d) The XO will suspend and resume properly when it was booted from (and thus its root filesystem resides on) the SD card.

e) The XO will suspend and resume properly when there is an active swap partition on the SD card.

Yes, though these are both is via "echo mem > /sys/power/state." We won't know for sure until we enable suspend/resume at the OHM level when and SD card is plugged in (#6893)

comment:53 Changed 6 years ago by dsaxena

  • Resolution fixed deleted
  • Status changed from closed to reopened

Re-opening the bug as we don't have a process to separately track upstream submission.

comment:54 follow-ups: Changed 6 years ago by mikus

This seems as good a place as any to post the following:

Was running 708 on my G1G1, with '/etc/ohm/inhibit-idle-suspend' present. Further, the XO was running a background computation, which used 100% of all available CPU cycles. I was EXTREMELY surprised to see the "power" light blinking -- the XO had suspended.

At the time, I had two removable USB storage devices plugged in, in addition to my "permanent" SD card. One of those removable storage devices was a hard disk, which provided disk storage for the computation and also provided a swap partition for the XO to use. In addition, at the time the suspend occurred, I had a 'rsync' operation going on between nand and the other removable storage device - an USB flash drive. When I 'resumed' (by touching the "power" button), the 'rsync' went into an error loop and the computation task closed because it could not checkpoint, while the primary text console (alt-ctl-F1) showed scads of errors regarding the system swap device.


My reason for posting this is to point out that not only SD cards are affected by this problem -- hard disks are as well.


[And why didn't the CPU being 100% busy prevent this suspend ?]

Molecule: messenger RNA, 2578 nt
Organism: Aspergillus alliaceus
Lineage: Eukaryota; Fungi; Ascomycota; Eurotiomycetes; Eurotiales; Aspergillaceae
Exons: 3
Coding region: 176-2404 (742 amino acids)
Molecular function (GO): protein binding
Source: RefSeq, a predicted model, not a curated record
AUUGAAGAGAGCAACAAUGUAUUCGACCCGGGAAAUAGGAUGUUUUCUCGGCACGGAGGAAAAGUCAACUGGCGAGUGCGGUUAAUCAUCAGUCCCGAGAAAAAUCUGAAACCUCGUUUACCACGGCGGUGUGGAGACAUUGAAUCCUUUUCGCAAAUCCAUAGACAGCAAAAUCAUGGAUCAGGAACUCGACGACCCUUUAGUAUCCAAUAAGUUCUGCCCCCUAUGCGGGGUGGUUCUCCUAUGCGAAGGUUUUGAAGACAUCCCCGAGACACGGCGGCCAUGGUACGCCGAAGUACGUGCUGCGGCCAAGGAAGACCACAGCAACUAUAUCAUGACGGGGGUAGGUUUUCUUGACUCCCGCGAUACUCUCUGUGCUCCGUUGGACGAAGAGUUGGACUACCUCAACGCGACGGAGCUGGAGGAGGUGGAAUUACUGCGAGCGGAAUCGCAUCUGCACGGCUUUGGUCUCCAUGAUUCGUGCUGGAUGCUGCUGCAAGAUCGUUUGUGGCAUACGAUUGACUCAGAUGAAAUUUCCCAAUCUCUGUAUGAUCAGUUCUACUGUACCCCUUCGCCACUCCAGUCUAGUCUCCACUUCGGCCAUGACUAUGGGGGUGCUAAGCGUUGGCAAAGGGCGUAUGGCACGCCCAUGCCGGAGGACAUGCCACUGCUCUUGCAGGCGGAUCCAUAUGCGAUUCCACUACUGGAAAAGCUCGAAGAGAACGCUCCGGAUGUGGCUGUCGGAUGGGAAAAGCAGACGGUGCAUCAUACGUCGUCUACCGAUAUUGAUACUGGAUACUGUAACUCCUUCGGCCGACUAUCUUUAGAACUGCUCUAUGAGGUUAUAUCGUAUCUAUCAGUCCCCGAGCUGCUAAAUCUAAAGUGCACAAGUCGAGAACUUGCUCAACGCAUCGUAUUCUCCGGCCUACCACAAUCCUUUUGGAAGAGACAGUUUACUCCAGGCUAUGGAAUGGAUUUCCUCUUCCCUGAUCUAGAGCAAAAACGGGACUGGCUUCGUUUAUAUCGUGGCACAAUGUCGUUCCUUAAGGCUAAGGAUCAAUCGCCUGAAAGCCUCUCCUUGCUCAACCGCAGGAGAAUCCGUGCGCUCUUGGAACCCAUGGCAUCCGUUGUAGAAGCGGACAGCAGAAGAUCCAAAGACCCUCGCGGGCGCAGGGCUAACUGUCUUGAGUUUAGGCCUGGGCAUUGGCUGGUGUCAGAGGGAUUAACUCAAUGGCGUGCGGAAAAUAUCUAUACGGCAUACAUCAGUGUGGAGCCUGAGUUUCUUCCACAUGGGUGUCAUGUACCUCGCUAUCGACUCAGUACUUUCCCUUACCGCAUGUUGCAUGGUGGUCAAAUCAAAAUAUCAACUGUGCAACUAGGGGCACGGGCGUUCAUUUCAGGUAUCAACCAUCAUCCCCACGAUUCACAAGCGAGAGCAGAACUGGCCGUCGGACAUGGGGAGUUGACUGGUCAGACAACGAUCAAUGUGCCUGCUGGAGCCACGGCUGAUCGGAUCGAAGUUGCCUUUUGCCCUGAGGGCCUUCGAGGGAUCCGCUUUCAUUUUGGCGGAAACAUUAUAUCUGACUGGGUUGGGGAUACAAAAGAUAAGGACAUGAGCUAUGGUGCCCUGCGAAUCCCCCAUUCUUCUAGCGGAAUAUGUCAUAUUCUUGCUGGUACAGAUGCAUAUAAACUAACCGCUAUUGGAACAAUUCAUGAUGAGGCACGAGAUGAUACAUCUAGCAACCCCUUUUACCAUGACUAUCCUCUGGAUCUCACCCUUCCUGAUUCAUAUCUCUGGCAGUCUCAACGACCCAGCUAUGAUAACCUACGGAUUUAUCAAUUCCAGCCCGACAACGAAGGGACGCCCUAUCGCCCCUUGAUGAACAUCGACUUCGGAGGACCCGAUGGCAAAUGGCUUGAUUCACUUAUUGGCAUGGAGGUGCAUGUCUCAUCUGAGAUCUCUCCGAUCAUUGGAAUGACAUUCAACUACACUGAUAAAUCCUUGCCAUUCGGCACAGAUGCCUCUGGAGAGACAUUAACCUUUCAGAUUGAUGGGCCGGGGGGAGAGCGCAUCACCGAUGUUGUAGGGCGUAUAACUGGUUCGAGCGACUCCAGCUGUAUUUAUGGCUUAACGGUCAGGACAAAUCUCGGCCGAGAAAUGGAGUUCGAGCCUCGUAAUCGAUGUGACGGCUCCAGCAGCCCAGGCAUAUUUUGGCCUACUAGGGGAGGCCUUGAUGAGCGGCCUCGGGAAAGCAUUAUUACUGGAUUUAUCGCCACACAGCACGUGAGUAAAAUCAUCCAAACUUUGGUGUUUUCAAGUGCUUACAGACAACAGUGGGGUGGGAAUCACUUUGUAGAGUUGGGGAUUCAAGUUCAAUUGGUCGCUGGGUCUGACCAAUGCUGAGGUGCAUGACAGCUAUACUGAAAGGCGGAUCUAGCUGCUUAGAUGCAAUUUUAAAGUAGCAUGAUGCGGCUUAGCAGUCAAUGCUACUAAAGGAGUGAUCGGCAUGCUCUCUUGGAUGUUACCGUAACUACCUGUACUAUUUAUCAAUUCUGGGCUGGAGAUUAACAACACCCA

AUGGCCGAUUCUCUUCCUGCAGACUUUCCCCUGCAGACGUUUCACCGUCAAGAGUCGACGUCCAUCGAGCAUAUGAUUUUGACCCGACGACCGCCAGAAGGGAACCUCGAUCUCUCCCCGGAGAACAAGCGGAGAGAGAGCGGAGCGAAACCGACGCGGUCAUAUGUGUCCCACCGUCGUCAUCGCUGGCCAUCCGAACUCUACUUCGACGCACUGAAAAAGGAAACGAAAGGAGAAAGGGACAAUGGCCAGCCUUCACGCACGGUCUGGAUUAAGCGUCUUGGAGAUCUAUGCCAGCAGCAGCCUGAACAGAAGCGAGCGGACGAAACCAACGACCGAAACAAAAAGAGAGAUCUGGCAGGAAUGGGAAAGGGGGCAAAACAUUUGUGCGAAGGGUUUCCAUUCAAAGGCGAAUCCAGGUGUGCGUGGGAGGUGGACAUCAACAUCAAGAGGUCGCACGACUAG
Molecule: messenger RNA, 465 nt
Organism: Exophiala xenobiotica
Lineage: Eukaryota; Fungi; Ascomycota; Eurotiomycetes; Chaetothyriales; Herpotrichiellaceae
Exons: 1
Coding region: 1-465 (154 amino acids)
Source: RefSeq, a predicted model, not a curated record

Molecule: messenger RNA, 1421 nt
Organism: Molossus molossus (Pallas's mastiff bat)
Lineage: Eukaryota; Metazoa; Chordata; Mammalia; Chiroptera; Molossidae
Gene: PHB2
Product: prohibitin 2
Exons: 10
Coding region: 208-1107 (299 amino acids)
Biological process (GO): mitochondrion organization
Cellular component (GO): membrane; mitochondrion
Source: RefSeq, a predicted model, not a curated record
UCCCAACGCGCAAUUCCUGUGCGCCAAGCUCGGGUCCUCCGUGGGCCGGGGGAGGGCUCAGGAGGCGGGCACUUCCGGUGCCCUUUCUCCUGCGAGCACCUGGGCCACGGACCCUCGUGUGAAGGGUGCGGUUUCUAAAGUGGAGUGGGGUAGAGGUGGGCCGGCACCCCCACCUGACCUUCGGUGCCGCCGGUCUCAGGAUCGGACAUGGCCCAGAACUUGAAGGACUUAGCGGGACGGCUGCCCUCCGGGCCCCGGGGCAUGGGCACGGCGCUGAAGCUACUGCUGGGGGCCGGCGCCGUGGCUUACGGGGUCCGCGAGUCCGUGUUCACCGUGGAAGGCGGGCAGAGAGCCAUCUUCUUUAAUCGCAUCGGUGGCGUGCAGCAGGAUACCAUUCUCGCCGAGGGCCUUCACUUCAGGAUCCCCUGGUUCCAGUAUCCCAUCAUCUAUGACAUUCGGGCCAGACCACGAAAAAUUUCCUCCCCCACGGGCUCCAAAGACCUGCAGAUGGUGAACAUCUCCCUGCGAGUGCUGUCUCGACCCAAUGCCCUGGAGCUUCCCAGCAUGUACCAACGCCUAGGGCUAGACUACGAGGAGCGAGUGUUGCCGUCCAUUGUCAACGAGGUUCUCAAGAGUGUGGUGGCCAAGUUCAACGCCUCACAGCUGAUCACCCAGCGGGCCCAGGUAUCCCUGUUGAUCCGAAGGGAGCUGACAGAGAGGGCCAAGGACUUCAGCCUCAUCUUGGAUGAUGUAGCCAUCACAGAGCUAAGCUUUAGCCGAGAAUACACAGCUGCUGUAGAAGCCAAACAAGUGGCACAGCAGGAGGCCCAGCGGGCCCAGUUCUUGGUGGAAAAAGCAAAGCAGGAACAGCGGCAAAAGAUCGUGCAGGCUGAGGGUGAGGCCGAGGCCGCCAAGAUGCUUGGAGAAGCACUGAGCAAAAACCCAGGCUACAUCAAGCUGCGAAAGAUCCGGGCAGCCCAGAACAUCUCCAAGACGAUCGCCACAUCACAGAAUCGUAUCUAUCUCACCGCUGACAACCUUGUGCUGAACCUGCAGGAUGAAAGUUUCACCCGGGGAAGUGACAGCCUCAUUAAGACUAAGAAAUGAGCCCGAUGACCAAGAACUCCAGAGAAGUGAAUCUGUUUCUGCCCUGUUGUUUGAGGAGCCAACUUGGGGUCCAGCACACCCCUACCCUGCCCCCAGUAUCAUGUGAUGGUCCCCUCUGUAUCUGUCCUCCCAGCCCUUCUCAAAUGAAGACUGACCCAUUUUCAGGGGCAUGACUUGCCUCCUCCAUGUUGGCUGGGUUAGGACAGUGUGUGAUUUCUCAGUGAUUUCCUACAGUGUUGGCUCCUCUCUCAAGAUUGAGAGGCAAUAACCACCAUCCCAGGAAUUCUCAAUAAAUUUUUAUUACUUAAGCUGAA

comment:55 in reply to: ↑ 54 Changed 6 years ago by frankprindle

Replying to mikus:

Was running 708 on my G1G1, with '/etc/ohm/inhibit-idle-suspend' present ... the XO had suspended.
At the time, I had two removable USB storage devices plugged in, in addition to my "permanent" SD card.

Yikes, I hope none of them had its partition table fried.

[And why didn't the CPU being 100% busy prevent this suspend ?]

Indeed... and with inhibit-idle-suspend. Wow!

comment:56 in reply to: ↑ 54 Changed 6 years ago by gnu

When the XO suspends, all USB devices lose power and drop off the USB bus. (Other than the WiFi chips, which only drop off the bus.)

If your USB disk drive was bus-powered, it would spin down. If it was separately powered, it might still go into an odd state when the USB bus is powered off.

On both USB and SD, the installed device may be doing internal processing even when the USB bus is idle (e.g. the device's controller chip may be erasing flash blocks for later use, or writing buffered data onto permanent flash storage). There's a protocol for when the host wants to power down or remove USB or SD devices; I don't think our suspend code follows these protocols, so we might power down these devices at a very inconvenient time for them, resulting in errors on resume.